Top 10 tips to take better smartphone pictures

Top 10 tips to take better smartphone pictures
(Image credit: Getty)

Learning how to take better smartphone pictures is an important task if you want to make sure you get the most out of your smartphone. Especially if you've paid out for one of the latest iPhone or Android smartphones.

While smartphone cameras are smarter and more automated than ever before, you can still get more out of your shots if you know how to best use that snapper. Whether you're taking photos of landscapes, Instagramming pictures your meal, or taking stunning night mode photos, there are different ways to improve all your images.

Of course the smartphone isn't everything and getting a good photo from an older device is also possible when you know what you're doing. So whether you're looking to enhance your skills, find a new photography tip or just get the most out of your phone, this guide aims to help you take better smartphone pictures.

Apple iPhone 12

(Image credit: Apple)

The truth about camera quality

1. Resolution in smartphone pictures isn't everything

One common misconception about smartphone cameras is that the megapixel count is the most, or a very, important part. In reality we've reached a tipping point where even the most budget smartphone will have more than enough megapixels. The higher the count, the bigger you can blow up an image. But even if you're bothering to output images to a 4K 65-inch TV, you'll still have plenty of resolution to spare.

The one case where this varies is with zoom. On some phones, like the Samsung Galaxy S21 Ultra, with a 108MP camera, digital zoom can get go as high as 100x. In that case the megapixel count is important as you can zoom in further and still see actual detail, but this is still combined with other lenses and software smarts to get the best results.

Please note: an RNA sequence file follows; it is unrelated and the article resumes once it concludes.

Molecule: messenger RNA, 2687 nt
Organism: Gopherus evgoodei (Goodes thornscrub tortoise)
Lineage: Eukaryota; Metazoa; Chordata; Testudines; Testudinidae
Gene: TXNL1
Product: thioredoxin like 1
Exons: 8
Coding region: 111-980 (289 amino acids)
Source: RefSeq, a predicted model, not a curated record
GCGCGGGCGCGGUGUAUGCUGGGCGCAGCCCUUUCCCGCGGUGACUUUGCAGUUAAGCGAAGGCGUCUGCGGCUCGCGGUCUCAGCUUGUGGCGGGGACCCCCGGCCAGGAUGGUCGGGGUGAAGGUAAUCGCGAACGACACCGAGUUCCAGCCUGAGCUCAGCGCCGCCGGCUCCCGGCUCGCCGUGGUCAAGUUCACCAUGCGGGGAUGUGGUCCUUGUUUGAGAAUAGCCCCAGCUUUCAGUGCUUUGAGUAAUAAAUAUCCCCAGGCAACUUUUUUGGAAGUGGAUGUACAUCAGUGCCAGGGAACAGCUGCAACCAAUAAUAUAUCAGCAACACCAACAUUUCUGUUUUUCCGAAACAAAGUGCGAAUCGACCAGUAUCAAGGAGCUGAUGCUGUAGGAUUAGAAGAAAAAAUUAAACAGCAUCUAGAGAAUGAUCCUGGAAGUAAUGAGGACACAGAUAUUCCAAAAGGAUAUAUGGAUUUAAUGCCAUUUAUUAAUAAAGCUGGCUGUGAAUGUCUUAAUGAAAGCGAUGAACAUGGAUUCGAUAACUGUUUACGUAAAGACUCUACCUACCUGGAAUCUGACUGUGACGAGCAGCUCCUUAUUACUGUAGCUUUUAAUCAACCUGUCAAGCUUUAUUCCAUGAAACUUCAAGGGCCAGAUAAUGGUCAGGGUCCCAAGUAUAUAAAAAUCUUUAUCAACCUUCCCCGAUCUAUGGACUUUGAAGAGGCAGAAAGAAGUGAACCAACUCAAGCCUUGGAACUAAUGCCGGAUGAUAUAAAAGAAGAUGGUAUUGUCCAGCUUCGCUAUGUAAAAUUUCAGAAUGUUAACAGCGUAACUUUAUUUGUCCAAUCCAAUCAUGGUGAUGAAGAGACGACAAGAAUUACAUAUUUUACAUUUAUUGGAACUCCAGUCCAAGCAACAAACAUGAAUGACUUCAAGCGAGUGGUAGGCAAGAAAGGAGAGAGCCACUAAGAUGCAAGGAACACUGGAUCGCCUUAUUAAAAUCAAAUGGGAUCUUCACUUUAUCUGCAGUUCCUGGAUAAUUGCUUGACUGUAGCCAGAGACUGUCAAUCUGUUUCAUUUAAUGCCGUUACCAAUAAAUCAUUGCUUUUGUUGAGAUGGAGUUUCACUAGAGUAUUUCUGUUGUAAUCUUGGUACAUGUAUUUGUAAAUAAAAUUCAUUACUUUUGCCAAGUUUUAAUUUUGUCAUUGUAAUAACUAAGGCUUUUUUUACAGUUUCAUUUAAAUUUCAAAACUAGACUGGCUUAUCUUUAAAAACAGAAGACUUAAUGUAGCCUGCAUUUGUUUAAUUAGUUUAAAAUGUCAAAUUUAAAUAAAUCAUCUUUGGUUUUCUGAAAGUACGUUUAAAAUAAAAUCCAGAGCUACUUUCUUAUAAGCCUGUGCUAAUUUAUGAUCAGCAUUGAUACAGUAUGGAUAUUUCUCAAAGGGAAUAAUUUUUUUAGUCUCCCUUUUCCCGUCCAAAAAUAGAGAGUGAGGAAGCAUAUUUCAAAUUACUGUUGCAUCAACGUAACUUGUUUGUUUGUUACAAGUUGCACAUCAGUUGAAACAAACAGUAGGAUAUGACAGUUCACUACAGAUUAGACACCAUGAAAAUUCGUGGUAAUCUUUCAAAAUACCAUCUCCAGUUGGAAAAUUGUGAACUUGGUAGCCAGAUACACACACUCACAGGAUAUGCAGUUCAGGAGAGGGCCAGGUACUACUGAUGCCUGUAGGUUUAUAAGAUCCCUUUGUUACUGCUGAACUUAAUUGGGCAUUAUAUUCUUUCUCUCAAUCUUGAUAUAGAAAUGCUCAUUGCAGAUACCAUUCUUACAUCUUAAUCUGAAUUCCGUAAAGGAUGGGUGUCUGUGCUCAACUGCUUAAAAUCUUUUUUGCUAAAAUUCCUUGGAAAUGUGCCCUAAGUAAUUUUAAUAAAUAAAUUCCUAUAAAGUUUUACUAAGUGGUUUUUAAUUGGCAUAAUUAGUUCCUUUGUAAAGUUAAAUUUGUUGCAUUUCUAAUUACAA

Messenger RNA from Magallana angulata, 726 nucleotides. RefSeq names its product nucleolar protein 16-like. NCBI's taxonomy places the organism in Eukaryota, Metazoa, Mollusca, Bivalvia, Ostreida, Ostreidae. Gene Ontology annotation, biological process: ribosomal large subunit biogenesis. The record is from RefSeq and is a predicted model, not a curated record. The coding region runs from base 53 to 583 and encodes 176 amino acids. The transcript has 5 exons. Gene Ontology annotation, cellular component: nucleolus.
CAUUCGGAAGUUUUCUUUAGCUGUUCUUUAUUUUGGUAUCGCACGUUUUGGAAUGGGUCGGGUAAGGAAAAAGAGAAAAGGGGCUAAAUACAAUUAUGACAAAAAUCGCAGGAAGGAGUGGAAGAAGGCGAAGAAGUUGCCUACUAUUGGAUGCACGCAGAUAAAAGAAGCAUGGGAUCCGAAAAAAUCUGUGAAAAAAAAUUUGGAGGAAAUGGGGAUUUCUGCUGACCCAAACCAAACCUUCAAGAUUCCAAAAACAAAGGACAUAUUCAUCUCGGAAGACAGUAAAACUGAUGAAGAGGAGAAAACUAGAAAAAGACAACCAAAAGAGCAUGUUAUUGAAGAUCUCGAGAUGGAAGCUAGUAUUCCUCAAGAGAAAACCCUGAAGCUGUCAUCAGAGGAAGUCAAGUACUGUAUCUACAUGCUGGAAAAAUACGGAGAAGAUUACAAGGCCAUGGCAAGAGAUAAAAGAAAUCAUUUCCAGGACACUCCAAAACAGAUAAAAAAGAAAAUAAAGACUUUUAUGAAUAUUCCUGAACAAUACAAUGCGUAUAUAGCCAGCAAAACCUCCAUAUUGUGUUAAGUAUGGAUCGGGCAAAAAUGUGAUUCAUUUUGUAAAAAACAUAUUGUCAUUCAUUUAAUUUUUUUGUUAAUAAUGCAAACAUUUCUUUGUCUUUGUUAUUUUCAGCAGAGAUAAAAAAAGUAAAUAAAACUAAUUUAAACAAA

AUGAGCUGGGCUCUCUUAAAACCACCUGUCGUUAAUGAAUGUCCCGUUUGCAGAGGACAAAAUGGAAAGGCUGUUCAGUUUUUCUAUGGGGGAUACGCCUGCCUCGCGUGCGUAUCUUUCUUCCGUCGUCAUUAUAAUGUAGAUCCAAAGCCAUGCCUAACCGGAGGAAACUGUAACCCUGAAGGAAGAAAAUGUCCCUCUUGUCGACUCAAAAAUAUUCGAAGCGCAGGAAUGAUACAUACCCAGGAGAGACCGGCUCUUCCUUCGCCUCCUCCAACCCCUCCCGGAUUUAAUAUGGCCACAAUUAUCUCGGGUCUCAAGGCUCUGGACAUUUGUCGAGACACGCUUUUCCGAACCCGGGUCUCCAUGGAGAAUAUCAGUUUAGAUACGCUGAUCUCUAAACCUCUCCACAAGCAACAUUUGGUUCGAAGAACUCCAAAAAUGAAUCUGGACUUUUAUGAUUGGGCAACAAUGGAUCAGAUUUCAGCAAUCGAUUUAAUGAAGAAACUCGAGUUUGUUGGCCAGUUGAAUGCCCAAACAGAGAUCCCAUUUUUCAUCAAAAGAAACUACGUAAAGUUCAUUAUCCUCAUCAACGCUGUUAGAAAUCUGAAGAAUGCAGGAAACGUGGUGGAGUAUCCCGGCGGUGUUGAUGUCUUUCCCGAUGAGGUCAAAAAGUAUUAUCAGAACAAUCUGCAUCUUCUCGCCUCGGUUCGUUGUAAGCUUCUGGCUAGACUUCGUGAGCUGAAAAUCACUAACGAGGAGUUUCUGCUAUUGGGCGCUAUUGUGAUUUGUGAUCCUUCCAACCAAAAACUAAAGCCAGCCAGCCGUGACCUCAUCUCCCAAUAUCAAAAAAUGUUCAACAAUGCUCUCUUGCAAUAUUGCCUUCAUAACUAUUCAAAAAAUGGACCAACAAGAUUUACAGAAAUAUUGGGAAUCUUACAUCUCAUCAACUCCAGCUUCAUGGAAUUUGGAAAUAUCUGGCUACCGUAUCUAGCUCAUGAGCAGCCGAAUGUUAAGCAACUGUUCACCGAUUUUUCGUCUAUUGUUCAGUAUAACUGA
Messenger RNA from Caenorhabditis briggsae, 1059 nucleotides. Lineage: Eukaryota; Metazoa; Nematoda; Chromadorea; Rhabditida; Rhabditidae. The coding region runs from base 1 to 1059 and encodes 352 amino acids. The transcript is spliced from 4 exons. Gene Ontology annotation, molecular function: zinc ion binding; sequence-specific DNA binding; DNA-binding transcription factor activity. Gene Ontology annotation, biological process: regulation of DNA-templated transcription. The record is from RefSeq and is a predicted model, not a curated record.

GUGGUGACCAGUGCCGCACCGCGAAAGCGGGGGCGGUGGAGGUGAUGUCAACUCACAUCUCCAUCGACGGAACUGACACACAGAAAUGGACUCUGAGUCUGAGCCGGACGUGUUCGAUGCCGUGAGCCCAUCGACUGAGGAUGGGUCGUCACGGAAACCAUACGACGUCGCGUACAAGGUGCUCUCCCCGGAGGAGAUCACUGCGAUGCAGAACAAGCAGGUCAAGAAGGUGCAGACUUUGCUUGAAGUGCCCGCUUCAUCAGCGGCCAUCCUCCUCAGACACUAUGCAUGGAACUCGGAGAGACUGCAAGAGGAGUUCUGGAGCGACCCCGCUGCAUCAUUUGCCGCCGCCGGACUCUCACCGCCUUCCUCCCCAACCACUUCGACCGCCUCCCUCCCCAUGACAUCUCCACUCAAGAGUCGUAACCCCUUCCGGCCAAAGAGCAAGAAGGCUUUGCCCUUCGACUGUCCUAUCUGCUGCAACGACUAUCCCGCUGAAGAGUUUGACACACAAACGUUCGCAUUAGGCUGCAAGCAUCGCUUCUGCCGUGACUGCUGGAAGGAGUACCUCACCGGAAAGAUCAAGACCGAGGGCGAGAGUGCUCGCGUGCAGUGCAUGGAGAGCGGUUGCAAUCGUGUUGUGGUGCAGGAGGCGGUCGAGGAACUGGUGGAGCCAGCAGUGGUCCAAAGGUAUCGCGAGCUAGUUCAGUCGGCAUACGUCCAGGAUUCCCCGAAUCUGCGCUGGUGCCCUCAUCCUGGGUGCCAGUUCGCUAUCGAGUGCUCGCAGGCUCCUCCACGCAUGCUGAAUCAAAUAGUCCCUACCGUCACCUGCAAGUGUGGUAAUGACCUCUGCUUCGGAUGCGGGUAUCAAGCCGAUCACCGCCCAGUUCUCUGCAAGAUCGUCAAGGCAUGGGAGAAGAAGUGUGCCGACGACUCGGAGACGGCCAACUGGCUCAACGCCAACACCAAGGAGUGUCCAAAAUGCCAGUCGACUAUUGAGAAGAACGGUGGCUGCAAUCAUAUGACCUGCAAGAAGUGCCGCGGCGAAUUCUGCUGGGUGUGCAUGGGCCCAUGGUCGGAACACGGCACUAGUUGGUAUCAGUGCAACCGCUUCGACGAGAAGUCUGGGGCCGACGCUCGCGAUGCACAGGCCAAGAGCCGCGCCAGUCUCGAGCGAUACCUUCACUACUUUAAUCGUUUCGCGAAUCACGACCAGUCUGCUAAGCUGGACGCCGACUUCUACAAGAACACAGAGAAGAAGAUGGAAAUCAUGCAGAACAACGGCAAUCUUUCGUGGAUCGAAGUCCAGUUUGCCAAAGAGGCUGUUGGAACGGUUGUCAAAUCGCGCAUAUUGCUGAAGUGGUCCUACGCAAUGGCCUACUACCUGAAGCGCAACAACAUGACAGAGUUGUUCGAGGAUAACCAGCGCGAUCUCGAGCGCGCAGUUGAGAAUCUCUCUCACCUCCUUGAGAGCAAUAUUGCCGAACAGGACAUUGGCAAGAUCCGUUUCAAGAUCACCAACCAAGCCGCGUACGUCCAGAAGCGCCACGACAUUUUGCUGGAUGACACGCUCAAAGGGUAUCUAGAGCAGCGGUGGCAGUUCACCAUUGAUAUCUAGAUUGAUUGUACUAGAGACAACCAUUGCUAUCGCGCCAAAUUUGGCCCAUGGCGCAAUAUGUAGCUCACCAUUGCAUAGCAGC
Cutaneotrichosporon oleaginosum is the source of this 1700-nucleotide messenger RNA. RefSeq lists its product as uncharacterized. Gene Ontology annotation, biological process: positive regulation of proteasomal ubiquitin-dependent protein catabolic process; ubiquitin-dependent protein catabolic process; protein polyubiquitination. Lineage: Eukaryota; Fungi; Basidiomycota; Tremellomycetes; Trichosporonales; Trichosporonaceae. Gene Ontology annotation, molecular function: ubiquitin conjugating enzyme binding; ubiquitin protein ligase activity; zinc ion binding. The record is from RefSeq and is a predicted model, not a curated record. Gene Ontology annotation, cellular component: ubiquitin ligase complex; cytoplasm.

2. Optical zoom is important

To stick on the topic of zoom, optical is what you want over digital. While digital will essentially just zoom in on the megapixels you have available to you, make it look grainy and soft after a short distance, optical is different. Optical zoom actually brings the image closer to the camera sensor so you lose no quality. Since this requires a physically large lens, optical zoom is very limited on smartphones.

There are third-party add-on devices that offer more optical zoom so these could be worth considering if you're into your long-range nature photography, for example.

3. Aperture is key

Since smartphone cameras have small lenses, they can only let in a certain amount of light. As a result low-light photography has been a challenge. Sure, it's gotten a lot better in recent years but you're still limited. That's why it's important to check out the aperture rating when buying a smartphone. This is the f/2.0 number for example. The lower the number the more light can be let in meaning better low light shots and also less blur as the lens only needs to "open" for a short time to let in light.

Going into manual mode on your phone and playing with the aperture can be a great way to find a balance between night shots and well lit action shots. Set up on a tripod and leave the camera lens open pointed up at night and you could get yourself a superb stars shot, for example.

Samsung Galaxy S21 Plus

(Image credit: Andy Hartup)

Take photos like a pro

4. Light is everything

A well lit scene can mean a brilliant photo. It takes a lot of the work out of it for you, but using lighting correctly is important. Rule number one is to never shoot into the light. Point the phone at someone who is standing with the sun at their back looking at you and all you're likely to see is a silhouette. 

Put the sun or other light source at your back and the subject your photographing will be lit by it resulting in richer colors, better contrast, and a more crisp finish to your photo.

5. Use Portrait Mode